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Thread: ZFM Advanced Explorations

  1. #21
    Senior Member Yaro1776's Avatar
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    ZFM Modified Rotor with 2"Lx0.5"Wx0.5"T Neo's Part 1

    Greetings to all,

    Since the last post the YZFM has been outfitted with a modified rotor with a longer and slimmer Neo set attached to one of the soft iron rotors on hand. This rotor was the original unit used for the 2017 Conference demo outfitted with a 1"Dx0.375"T Neo's. The intent of this rotor modification was to extend the length of the rotor Neo's beyond the width of the coil and to narrow the width and thickness of the Neo's to reduce the sensitivity with respect to timing.

    In a set of prior experiments it was observed that moving the motor body axially, thereby shifting the rotor centerline in either direction with respect to the coils centerline, had a minimal impact upon the performance of the YZFM. The conclusion from these experiments strongly suggested the field of the coils was fairly wide and could accept a longer magnet and thus increase the YZFM performance.

    0224181416.jpg

    Not quite as simple as envisioned and the logical assumption here was a bit flawed. A simple experiment with the new rotor using a paperclip attached to light string demonstrated that the magnetic field of the Neo pole face was not evenly distributed along the edge of the length. Very wrong - this experiment conclusively showed that the maximum field strength was in the center of the pole face. Therefore, any position of the center of the pole Neo face within the width of the coil has a minimal affect on the motors performance irrespective of the tested Neo's length. This observation has been verified with 3 different rotors and Neo sizes.

    The overall magnetic strength of the Neo's drives the ZFM to greater torque capabilities, but this comes with a penalty. The motor responds to the stronger Neo's with a greater amperage draw and some decrease in maximum speed, along with a greater sensitivity to changes in advance/retard and length of powered on pulse.

    As it turned out the previous experiments with the Ron Cole configuration damaged the the Bipolar Switch transistors and reed switches. The initial trials of this rotor produced inconsistent results and quickly degenerated into erratic and strange behavior of the motor. The net result was that the motor stopped and the amperage reads spiked to maximum. Upon inspection it was noted that the reed switches appeared to be damaged and two board transistor were fried and the other two damaged.

    The initial data sets did show that the 2" rotor would produce the following:
    36.06v 9573 RPM 0.84A
    48.05v 10312 RPM 0.92A
    60.00v 11780 RPM 1.09A

    Next up will be further data sets and video for documentation purposes.
    Last edited by Yaro1776; 04-03-2018 at 04:43 AM. Reason: Rotor clarification
    Yaro

    "The Universe is under no obligation to make sense to you." -Neil Degrasse Tyson

  2. #22
    Senior Member Yaro1776's Avatar
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    ZFM Modified Rotor with 2"Lx0.5"Wx0.5"T Neo's Part 2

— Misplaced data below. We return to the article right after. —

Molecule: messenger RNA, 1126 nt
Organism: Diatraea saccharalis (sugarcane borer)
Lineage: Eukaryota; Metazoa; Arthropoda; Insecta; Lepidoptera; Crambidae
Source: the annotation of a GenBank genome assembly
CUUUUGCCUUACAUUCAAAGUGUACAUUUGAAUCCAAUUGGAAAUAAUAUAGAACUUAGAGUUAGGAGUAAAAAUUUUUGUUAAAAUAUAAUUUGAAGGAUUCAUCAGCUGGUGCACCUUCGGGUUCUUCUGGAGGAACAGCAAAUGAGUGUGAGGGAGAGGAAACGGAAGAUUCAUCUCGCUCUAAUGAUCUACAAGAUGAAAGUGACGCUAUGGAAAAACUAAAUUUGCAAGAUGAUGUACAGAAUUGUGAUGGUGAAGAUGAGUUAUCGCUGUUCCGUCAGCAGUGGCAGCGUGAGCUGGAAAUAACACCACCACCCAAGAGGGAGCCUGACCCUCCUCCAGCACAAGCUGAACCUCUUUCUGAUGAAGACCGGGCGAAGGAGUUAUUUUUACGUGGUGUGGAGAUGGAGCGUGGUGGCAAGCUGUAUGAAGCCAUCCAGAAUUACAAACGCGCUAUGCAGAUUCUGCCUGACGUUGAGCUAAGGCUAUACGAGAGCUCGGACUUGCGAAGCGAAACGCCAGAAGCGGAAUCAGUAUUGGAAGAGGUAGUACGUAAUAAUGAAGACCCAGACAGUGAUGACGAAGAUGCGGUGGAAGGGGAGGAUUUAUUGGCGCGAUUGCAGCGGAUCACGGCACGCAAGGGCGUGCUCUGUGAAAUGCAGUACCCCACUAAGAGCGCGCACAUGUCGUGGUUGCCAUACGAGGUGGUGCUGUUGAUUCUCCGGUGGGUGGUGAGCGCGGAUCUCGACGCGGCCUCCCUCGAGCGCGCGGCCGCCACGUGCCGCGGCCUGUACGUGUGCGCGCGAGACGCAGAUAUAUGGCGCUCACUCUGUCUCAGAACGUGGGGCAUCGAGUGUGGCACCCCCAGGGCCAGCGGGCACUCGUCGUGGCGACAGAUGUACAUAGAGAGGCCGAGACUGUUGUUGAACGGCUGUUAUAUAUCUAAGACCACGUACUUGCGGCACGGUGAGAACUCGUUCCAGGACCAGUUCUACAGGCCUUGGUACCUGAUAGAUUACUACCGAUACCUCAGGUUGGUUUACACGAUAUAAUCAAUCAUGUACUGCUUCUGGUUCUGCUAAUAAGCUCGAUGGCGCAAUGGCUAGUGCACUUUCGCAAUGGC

It took a couple of weeks to repair the Bipolar switch board and replace the four transistors. The replacement reed switches for the timing were a higher amp rating than the originals and altered the timing substantially. This necessitated re-calibrating the Timing rotor Neo's and so on... Just a major cluster and a pain in the left nostril delaying any further work.

    Finally, the YZFM is now back to operating fairly closely to the original configuration and with a limit to maximum operating voltage of about 48v. The Ron Cole two pole configuration rotor has been placed on the back shelf for testing in late summer or fall. This R Cole configuration can produce some intense reaction between the various magnetic fields as briefly noted in the first RC video. The movement of the motor body at a specific advance and high voltage range was reproduced three times and ultimately damaged the reeds and transistors. The why of this reaction is unknown at this time.

    Moving on. The performance of the 2"Lx0.5"Tx0.5"W Neo rotor versus the 1.5"Lx1"Wx0.5"T Neo rotor was relatively similar given that the overall magnetic pull force of the longer Neo's was about 10% less than the shorter Neo's - (60 lbs vs 67 lbs). However, this configuration is not as gutsy torque-wise at the lower RPM's. Due to the re-calibration of the system it does make it difficult to nail the differences/similarities with a high degree of certainty. One has to bear in mind that the shorter 1.5"Rotor is Aluminum, whereas the 2" rotor is soft Iron - to date, no major differences in the performance between the rotors' material.

    To illustrate the performance of this 2" long rotor configuration see the two attached charts depicting motor parameters with respect to performance. The charts should be mostly self explanatory:
    AmpvsRPM2inIR.pdf
    Power COP 2inchIR.pdf

    For detail purposes the FA or Firing Angle was 70 to 75 degrees for the readings depicted. The data points are for firing advances of 30 to 83 degrees. One can observe that the best performance is essentially in the mid range advance of 50 to 70 degrees. This tends to a more balanced mode of attraction and repulsion. The greatest speeds are observed as the advance is pushed to maximum, but with a COP and amperage penalty.

    Also, another boring video, YZFM 13.1, will be attached to the next post of the latest YZFM mod operation - nothing new from an entertainment value, but documentation is always good.